Land application of manure can produce crop yields equivalent to those attainable with inorganic fertilizers. Preliminary studies at Southern University showed that, at 14 days of age, broilers produce about 25 grams of manure daily. This increases to 55 grams per day at 56 days of age and contains nitrogen concentrations in excess of 4%. This manure can be an important source of nitrogen within a cropping system. Preliminary studies on the Southern University Horticulture farm indicated that fecal matter from the birds increased soil nitrogen by as much as 0.25%. Furthermore, forage from clover planted on the site a month after the birds were removed and harvested early the following spring had 3.67% nitrogen as compared to the non-manure treated controls which had 3.04% nitrogen. Clover grown on the manured land had over 50% greater forage yield and growth rate as compared to that on non-manured soil. Yields of vegetable crops (chayote and golden berry) obtained from land fertilized with chicken and rabbit manure were comparable to those with chemical fertilizers. These responses were attributed to the nutrients and improved soil conditions provided by the manure resulting in decreased crop water stress.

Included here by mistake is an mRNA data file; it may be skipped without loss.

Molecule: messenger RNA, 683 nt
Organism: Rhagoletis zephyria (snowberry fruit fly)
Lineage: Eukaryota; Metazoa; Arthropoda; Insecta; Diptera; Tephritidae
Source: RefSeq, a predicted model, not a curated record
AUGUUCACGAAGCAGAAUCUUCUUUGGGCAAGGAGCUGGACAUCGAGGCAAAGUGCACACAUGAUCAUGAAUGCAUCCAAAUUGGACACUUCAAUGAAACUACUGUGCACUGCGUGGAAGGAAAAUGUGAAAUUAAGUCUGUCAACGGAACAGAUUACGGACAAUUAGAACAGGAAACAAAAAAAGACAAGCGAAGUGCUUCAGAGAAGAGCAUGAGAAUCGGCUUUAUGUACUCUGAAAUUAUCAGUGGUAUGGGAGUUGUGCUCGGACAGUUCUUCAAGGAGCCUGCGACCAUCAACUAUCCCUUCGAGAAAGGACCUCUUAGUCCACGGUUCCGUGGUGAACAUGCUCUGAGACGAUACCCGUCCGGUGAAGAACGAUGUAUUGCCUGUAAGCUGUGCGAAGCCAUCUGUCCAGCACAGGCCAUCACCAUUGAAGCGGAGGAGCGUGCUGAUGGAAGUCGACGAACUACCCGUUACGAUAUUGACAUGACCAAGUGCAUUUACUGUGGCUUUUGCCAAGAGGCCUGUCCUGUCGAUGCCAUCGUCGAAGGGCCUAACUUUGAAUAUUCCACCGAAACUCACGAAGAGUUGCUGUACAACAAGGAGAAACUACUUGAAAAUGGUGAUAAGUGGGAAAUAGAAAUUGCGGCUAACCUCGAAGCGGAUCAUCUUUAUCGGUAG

Poultry manure has long been recognized as a nutrient source for vegetable crops. The manure and or litter has been successfully utilized to produce a variety of vegetable crops including lettuce, snap beans, cabbage and squash. Tomato, sweet corn, pepper, eggplant, cantaloupe, cucumber, watermelon, squash, and pumpkin are crops which efficiently utilize the nutrients from poultry manure. Cucumber, watermelon, peas and limas produced with poultry manure and inorganic fertilizer produced equivalent yields regardless of the nutrient source.